Spring pruning is really dependent on the weather. Most people in the Pacific Northwest prune their roses in either late February or early March. California growers typically "spring prune" in January. Midwest patrons may have to wait until early May. Keep an eye on your plants and the temperatures; time your pruning just as the new growth starts. You generally don't want to prune if there is still a chance of a hard frost, which would damage the tender new growth. If new growth is damaged by temperatures below 25 degrees, you may have to re-prune shorter, but this shouldn't happen very often.
Deadheading (removing spent blooms) will prevent seed hip formation, encourage new blooms, and keep the shrub attractive. Remove the spent bloom by making your pruning cut down the cane, just above an outward-facing set of mature leaflets. Mature leaflets are usually 5 to 7 in number; immature leaflets only have 3 leaves. If you prune back to only 3 leaves, you will not get any new growth or re-bloom.
Floribunda or hybrid musk roses that bloom in clusters present some unique challenges. The individual flowers should be deadheaded as they fade, then the entire truss pruned back to a mature leaflet once all the flowers have bloomed. Keep in mind that deadheading removes hips that would form later. You may not want to prune once-bloomers until after their hip display for this reason. Some repeat bloomers, such as Rugosa roses, produce hips and blooms at the same time. This attractive display may appeal to you and you may not want to deadhead them. Repeat bloomers can be deadheaded until August, and then allowed to develop hips after their last flower display.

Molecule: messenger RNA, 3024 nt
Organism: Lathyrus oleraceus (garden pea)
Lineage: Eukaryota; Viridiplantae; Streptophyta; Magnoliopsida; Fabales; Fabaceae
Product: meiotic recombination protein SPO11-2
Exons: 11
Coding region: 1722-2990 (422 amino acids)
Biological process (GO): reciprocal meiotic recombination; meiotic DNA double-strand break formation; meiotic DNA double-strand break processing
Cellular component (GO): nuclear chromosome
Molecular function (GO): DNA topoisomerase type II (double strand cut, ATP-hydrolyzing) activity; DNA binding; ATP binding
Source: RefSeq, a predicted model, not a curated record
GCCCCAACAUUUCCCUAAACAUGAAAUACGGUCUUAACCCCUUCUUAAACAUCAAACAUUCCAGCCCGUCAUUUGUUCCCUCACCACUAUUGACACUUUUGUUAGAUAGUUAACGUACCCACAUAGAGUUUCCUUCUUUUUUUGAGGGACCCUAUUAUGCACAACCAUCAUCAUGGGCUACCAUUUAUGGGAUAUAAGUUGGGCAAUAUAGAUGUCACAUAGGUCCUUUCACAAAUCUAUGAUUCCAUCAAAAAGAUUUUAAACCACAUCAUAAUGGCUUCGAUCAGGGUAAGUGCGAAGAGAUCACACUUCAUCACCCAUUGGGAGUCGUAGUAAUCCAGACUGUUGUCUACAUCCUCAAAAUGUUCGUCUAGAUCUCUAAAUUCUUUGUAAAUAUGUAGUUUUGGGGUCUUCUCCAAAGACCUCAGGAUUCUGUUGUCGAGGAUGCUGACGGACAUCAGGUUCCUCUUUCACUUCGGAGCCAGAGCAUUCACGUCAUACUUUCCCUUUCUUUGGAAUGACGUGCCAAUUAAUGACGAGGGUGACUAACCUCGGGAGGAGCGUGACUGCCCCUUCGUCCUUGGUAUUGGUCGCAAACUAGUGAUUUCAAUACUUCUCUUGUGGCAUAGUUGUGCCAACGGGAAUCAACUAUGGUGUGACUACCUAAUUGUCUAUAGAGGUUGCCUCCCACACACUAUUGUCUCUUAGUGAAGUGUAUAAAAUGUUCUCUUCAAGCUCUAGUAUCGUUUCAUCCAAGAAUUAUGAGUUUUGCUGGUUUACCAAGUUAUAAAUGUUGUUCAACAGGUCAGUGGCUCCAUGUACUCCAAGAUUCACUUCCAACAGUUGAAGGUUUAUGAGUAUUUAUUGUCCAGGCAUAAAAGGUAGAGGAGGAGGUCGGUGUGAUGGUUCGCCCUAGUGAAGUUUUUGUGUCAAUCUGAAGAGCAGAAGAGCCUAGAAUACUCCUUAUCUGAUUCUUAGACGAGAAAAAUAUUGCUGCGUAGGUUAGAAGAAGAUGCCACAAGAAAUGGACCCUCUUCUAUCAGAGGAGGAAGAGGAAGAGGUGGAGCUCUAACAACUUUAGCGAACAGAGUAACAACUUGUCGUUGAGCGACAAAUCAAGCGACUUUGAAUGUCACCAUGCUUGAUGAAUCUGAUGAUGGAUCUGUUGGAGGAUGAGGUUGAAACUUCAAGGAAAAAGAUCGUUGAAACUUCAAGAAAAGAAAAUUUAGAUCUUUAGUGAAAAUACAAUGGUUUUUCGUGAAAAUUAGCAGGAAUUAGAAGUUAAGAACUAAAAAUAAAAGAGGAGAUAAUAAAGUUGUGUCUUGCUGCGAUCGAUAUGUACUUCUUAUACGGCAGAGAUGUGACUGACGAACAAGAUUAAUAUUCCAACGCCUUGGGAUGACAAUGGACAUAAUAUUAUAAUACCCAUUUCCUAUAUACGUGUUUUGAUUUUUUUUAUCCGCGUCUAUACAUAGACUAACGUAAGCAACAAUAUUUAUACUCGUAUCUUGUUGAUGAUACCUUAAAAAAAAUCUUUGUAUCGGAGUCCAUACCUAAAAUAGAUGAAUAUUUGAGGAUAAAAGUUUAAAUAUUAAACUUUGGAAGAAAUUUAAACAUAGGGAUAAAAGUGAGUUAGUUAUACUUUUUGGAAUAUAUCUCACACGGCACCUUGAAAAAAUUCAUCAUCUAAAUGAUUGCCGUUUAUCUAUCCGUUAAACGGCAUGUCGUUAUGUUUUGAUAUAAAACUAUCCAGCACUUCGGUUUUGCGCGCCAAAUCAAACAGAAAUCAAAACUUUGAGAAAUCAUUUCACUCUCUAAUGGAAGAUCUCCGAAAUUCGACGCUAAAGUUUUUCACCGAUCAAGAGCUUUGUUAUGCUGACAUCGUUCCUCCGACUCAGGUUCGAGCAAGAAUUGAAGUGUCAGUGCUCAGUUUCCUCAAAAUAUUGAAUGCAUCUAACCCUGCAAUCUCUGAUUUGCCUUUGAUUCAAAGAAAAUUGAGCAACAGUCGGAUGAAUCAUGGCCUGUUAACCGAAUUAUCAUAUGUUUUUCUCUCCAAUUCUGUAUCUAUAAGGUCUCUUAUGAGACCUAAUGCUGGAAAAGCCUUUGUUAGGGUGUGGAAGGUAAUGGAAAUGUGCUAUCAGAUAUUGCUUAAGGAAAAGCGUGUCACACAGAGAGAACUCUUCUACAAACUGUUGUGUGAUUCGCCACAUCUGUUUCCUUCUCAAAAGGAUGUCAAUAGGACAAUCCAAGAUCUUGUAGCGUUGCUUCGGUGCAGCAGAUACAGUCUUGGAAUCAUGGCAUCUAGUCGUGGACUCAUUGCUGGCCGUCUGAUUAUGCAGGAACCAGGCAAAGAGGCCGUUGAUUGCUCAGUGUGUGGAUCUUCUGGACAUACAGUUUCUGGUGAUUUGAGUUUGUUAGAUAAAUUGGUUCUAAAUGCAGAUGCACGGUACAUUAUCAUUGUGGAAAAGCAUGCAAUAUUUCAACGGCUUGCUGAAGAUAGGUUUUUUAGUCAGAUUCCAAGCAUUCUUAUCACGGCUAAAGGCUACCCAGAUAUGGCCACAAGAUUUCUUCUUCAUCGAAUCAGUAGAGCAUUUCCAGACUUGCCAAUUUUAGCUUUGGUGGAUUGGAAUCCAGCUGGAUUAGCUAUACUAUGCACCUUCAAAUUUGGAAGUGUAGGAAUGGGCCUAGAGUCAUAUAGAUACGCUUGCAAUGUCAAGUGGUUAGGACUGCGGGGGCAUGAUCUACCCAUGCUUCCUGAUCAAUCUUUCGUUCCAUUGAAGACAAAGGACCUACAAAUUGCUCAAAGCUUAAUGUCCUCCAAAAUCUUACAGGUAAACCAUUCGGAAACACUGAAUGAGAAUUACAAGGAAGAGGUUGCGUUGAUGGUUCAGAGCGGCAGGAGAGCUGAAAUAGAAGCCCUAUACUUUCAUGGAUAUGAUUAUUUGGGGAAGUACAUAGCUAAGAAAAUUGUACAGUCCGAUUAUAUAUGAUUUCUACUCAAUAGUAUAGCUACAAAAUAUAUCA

Other summer grooming includes pruning for maintenance (to keep a larger bush within bounds, or to keep roses from encroaching into a walkway), pruning to shape, and pruning to remove poor branching connections. You may also want to remove aborted buds that have failed to open due to rain. Always remember to make clean pruning cuts with a sharpened blade and to periodically disinfect pruners between cuts if you are removing diseased branches.
Remember that large-blooming rose varieties need a sturdier cane to support the weight of the flower. If you don't prune back far enough on the stem, the new growth will be too weak to support the bloom and you will end up with a bent cane whose flower looks at the ground. Instead of pruning back to the first mature leaflet, you can cut farther down the stem to force stout new growth. Don't prune out the entire cane. It is good practice to leave at least two mature leaflets on the stem when deadheading.